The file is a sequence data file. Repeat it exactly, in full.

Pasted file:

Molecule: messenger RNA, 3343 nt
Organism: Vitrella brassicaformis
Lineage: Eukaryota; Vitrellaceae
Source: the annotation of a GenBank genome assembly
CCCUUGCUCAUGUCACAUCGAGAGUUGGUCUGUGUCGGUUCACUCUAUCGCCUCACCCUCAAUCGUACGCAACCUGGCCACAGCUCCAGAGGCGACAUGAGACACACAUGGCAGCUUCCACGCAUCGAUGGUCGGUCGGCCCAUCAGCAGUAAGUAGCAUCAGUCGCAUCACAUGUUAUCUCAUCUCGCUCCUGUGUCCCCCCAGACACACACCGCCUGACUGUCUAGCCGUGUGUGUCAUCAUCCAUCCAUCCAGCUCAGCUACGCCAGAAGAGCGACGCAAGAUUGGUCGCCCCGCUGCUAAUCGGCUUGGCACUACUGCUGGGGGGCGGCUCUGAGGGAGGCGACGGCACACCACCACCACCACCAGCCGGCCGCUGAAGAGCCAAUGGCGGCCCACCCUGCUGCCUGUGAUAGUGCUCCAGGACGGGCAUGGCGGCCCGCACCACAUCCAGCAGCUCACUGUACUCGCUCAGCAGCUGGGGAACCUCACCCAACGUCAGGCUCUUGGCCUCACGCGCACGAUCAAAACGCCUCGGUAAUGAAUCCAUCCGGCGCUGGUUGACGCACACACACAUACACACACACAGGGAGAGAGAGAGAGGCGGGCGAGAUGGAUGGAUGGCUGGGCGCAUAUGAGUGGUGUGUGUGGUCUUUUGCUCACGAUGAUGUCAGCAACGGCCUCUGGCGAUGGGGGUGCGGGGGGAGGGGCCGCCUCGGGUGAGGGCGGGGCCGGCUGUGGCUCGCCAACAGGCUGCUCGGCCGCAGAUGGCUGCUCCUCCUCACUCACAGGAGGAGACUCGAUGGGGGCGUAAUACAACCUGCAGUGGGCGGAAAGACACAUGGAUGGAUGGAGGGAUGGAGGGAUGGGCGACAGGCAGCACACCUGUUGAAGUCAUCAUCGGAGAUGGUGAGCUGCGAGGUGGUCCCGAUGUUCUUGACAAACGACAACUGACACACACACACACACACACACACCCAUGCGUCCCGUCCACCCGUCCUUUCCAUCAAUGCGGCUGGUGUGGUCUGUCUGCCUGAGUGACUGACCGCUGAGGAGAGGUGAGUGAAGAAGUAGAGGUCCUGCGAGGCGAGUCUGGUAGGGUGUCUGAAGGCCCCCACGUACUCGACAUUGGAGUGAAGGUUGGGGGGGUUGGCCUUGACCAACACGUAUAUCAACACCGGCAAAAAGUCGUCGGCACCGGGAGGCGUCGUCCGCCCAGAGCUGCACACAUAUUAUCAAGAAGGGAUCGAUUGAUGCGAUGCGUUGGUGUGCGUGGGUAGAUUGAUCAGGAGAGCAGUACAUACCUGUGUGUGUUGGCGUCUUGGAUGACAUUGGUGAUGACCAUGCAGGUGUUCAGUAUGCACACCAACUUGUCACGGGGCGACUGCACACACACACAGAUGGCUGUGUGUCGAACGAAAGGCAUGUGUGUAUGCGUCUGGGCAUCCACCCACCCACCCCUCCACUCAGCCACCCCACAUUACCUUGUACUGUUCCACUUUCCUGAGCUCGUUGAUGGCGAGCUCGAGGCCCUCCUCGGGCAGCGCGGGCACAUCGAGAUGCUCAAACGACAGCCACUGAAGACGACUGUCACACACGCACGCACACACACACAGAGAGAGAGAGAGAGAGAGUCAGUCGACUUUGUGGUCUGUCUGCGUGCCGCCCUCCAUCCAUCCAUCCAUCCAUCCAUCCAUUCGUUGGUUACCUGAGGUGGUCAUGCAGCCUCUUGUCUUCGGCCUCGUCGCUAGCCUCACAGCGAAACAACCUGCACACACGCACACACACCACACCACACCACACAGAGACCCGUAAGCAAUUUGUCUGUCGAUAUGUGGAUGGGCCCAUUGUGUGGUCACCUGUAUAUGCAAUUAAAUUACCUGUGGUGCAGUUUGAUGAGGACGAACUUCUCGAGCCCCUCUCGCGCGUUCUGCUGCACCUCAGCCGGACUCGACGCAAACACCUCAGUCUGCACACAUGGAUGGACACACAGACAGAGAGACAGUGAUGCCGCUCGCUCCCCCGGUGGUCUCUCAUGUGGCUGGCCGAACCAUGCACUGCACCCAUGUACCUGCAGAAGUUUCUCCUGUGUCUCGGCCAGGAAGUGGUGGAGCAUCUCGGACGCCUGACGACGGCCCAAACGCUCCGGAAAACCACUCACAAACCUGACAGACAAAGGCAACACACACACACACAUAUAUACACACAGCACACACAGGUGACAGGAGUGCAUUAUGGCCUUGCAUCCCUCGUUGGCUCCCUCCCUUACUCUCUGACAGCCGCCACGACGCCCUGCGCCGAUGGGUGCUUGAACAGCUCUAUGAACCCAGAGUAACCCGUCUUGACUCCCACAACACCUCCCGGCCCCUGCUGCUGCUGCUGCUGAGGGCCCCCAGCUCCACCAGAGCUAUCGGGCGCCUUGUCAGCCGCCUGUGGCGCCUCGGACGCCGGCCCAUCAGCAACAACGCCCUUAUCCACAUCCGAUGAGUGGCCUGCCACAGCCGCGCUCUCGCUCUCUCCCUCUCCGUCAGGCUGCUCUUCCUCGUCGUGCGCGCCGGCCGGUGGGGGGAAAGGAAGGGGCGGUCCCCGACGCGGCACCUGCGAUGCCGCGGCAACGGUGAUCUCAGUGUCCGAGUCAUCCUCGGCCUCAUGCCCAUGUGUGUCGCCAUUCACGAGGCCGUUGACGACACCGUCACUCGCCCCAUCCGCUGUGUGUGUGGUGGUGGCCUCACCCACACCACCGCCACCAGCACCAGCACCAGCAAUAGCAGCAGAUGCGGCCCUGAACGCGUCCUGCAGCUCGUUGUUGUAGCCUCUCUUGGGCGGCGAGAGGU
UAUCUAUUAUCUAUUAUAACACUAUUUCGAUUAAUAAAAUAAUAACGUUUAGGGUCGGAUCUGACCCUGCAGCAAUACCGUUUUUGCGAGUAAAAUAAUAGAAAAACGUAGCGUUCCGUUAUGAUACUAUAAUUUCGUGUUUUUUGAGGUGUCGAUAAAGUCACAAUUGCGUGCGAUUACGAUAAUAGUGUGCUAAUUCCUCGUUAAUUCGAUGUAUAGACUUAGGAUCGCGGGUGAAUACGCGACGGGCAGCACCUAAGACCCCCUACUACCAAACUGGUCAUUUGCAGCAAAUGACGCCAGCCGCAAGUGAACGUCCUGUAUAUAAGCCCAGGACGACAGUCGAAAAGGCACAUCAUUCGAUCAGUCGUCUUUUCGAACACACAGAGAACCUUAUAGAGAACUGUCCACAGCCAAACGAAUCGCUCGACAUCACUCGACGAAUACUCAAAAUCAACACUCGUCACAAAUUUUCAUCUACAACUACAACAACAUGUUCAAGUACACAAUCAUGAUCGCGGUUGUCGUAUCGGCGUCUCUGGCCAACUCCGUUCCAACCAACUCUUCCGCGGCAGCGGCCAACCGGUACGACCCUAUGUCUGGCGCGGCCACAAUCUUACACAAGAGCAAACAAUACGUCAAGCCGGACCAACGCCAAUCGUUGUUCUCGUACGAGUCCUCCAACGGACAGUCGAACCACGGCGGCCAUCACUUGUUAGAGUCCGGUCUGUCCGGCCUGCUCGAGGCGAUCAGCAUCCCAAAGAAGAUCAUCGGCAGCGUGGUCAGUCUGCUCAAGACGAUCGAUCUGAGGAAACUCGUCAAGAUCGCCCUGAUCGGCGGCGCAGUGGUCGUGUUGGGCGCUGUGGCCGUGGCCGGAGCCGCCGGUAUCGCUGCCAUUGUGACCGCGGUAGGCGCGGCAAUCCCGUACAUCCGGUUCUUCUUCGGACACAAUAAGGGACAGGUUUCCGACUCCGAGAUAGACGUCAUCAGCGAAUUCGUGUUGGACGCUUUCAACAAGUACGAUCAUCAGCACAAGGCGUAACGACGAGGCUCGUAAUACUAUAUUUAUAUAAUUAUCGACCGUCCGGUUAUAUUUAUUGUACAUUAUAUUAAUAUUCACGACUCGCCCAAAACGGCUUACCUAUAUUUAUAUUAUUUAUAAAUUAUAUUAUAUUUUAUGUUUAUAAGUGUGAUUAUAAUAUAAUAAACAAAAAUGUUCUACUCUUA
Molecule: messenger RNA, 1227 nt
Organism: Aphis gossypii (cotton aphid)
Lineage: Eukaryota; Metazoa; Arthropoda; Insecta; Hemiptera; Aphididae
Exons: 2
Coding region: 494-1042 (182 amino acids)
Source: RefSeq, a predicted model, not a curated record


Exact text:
Molecule: messenger RNA, 3343 nt
Organism: Vitrella brassicaformis
Lineage: Eukaryota; Vitrellaceae
Source: the annotation of a GenBank genome assembly
CCCUUGCUCAUGUCACAUCGAGAGUUGGUCUGUGUCGGUUCACUCUAUCGCCUCACCCUCAAUCGUACGCAACCUGGCCACAGCUCCAGAGGCGACAUGAGACACACAUGGCAGCUUCCACGCAUCGAUGGUCGGUCGGCCCAUCAGCAGUAAGUAGCAUCAGUCGCAUCACAUGUUAUCUCAUCUCGCUCCUGUGUCCCCCCAGACACACACCGCCUGACUGUCUAGCCGUGUGUGUCAUCAUCCAUCCAUCCAGCUCAGCUACGCCAGAAGAGCGACGCAAGAUUGGUCGCCCCGCUGCUAAUCGGCUUGGCACUACUGCUGGGGGGCGGCUCUGAGGGAGGCGACGGCACACCACCACCACCACCAGCCGGCCGCUGAAGAGCCAAUGGCGGCCCACCCUGCUGCCUGUGAUAGUGCUCCAGGACGGGCAUGGCGGCCCGCACCACAUCCAGCAGCUCACUGUACUCGCUCAGCAGCUGGGGAACCUCACCCAACGUCAGGCUCUUGGCCUCACGCGCACGAUCAAAACGCCUCGGUAAUGAAUCCAUCCGGCGCUGGUUGACGCACACACACAUACACACACACAGGGAGAGAGAGAGAGGCGGGCGAGAUGGAUGGAUGGCUGGGCGCAUAUGAGUGGUGUGUGUGGUCUUUUGCUCACGAUGAUGUCAGCAACGGCCUCUGGCGAUGGGGGUGCGGGGGGAGGGGCCGCCUCGGGUGAGGGCGGGGCCGGCUGUGGCUCGCCAACAGGCUGCUCGGCCGCAGAUGGCUGCUCCUCCUCACUCACAGGAGGAGACUCGAUGGGGGCGUAAUACAACCUGCAGUGGGCGGAAAGACACAUGGAUGGAUGGAGGGAUGGAGGGAUGGGCGACAGGCAGCACACCUGUUGAAGUCAUCAUCGGAGAUGGUGAGCUGCGAGGUGGUCCCGAUGUUCUUGACAAACGACAACUGACACACACACACACACACACACACCCAUGCGUCCCGUCCACCCGUCCUUUCCAUCAAUGCGGCUGGUGUGGUCUGUCUGCCUGAGUGACUGACCGCUGAGGAGAGGUGAGUGAAGAAGUAGAGGUCCUGCGAGGCGAGUCUGGUAGGGUGUCUGAAGGCCCCCACGUACUCGACAUUGGAGUGAAGGUUGGGGGGGUUGGCCUUGACCAACACGUAUAUCAACACCGGCAAAAAGUCGUCGGCACCGGGAGGCGUCGUCCGCCCAGAGCUGCACACAUAUUAUCAAGAAGGGAUCGAUUGAUGCGAUGCGUUGGUGUGCGUGGGUAGAUUGAUCAGGAGAGCAGUACAUACCUGUGUGUGUUGGCGUCUUGGAUGACAUUGGUGAUGACCAUGCAGGUGUUCAGUAUGCACACCAACUUGUCACGGGGCGACUGCACACACACACAGAUGGCUGUGUGUCGAACGAAAGGCAUGUGUGUAUGCGUCUGGGCAUCCACCCACCCACCCCUCCACUCAGCCACCCCACAUUACCUUGUACUGUUCCACUUUCCUGAGCUCGUUGAUGGCGAGCUCGAGGCCCUCCUCGGGCAGCGCGGGCACAUCGAGAUGCUCAAACGACAGCCACUGAAGACGACUGUCACACACGCACGCACACACACACAGAGAGAGAGAGAGAGAGAGUCAGUCGACUUUGUGGUCUGUCUGCGUGCCGCCCUCCAUCCAUCCAUCCAUCCAUCCAUCCAUUCGUUGGUUACCUGAGGUGGUCAUGCAGCCUCUUGUCUUCGGCCUCGUCGCUAGCCUCACAGCGAAACAACCUGCACACACGCACACACACCACACCACACCACACAGAGACCCGUAAGCAAUUUGUCUGUCGAUAUGUGGAUGGGCCCAUUGUGUGGUCACCUGUAUAUGCAAUUAAAUUACCUGUGGUGCAGUUUGAUGAGGACGAACUUCUCGAGCCCCUCUCGCGCGUUCUGCUGCACCUCAGCCGGACUCGACGCAAACACCUCAGUCUGCACACAUGGAUGGACACACAGACAGAGAGACAGUGAUGCCGCUCGCUCCCCCGGUGGUCUCUCAUGUGGCUGGCCGAACCAUGCACUGCACCCAUGUACCUGCAGAAGUUUCUCCUGUGUCUCGGCCAGGAAGUGGUGGAGCAUCUCGGACGCCUGACGACGGCCCAAACGCUCCGGAAAACCACUCACAAACCUGACAGACAAAGGCAACACACACACACACAUAUAUACACACAGCACACACAGGUGACAGGAGUGCAUUAUGGCCUUGCAUCCCUCGUUGGCUCCCUCCCUUACUCUCUGACAGCCGCCACGACGCCCUGCGCCGAUGGGUGCUUGAACAGCUCUAUGAACCCAGAGUAACCCGUCUUGACUCCCACAACACCUCCCGGCCCCUGCUGCUGCUGCUGCUGAGGGCCCCCAGCUCCACCAGAGCUAUCGGGCGCCUUGUCAGCCGCCUGUGGCGCCUCGGACGCCGGCCCAUCAGCAACAACGCCCUUAUCCACAUCCGAUGAGUGGCCUGCCACAGCCGCGCUCUCGCUCUCUCCCUCUCCGUCAGGCUGCUCUUCCUCGUCGUGCGCGCCGGCCGGUGGGGGGAAAGGAAGGGGCGGUCCCCGACGCGGCACCUGCGAUGCCGCGGCAACGGUGAUCUCAGUGUCCGAGUCAUCCUCGGCCUCAUGCCCAUGUGUGUCGCCAUUCACGAGGCCGUUGACGACACCGUCACUCGCCCCAUCCGCUGUGUGUGUGGUGGUGGCCUCACCCACACCACCGCCACCAGCACCAGCACCAGCAAUAGCAGCAGAUGCGGCCCUGAACGCGUCCUGCAGCUCGUUGUUGUAGCCUCUCUUGGGCGGCGAGAGGU
UAUCUAUUAUCUAUUAUAACACUAUUUCGAUUAAUAAAAUAAUAACGUUUAGGGUCGGAUCUGACCCUGCAGCAAUACCGUUUUUGCGAGUAAAAUAAUAGAAAAACGUAGCGUUCCGUUAUGAUACUAUAAUUUCGUGUUUUUUGAGGUGUCGAUAAAGUCACAAUUGCGUGCGAUUACGAUAAUAGUGUGCUAAUUCCUCGUUAAUUCGAUGUAUAGACUUAGGAUCGCGGGUGAAUACGCGACGGGCAGCACCUAAGACCCCCUACUACCAAACUGGUCAUUUGCAGCAAAUGACGCCAGCCGCAAGUGAACGUCCUGUAUAUAAGCCCAGGACGACAGUCGAAAAGGCACAUCAUUCGAUCAGUCGUCUUUUCGAACACACAGAGAACCUUAUAGAGAACUGUCCACAGCCAAACGAAUCGCUCGACAUCACUCGACGAAUACUCAAAAUCAACACUCGUCACAAAUUUUCAUCUACAACUACAACAACAUGUUCAAGUACACAAUCAUGAUCGCGGUUGUCGUAUCGGCGUCUCUGGCCAACUCCGUUCCAACCAACUCUUCCGCGGCAGCGGCCAACCGGUACGACCCUAUGUCUGGCGCGGCCACAAUCUUACACAAGAGCAAACAAUACGUCAAGCCGGACCAACGCCAAUCGUUGUUCUCGUACGAGUCCUCCAACGGACAGUCGAACCACGGCGGCCAUCACUUGUUAGAGUCCGGUCUGUCCGGCCUGCUCGAGGCGAUCAGCAUCCCAAAGAAGAUCAUCGGCAGCGUGGUCAGUCUGCUCAAGACGAUCGAUCUGAGGAAACUCGUCAAGAUCGCCCUGAUCGGCGGCGCAGUGGUCGUGUUGGGCGCUGUGGCCGUGGCCGGAGCCGCCGGUAUCGCUGCCAUUGUGACCGCGGUAGGCGCGGCAAUCCCGUACAUCCGGUUCUUCUUCGGACACAAUAAGGGACAGGUUUCCGACUCCGAGAUAGACGUCAUCAGCGAAUUCGUGUUGGACGCUUUCAACAAGUACGAUCAUCAGCACAAGGCGUAACGACGAGGCUCGUAAUACUAUAUUUAUAUAAUUAUCGACCGUCCGGUUAUAUUUAUUGUACAUUAUAUUAAUAUUCACGACUCGCCCAAAACGGCUUACCUAUAUUUAUAUUAUUUAUAAAUUAUAUUAUAUUUUAUGUUUAUAAGUGUGAUUAUAAUAUAAUAAACAAAAAUGUUCUACUCUUA
Molecule: messenger RNA, 1227 nt
Organism: Aphis gossypii (cotton aphid)
Lineage: Eukaryota; Metazoa; Arthropoda; Insecta; Hemiptera; Aphididae
Exons: 2
Coding region: 494-1042 (182 amino acids)
Source: RefSeq, a predicted model, not a curated record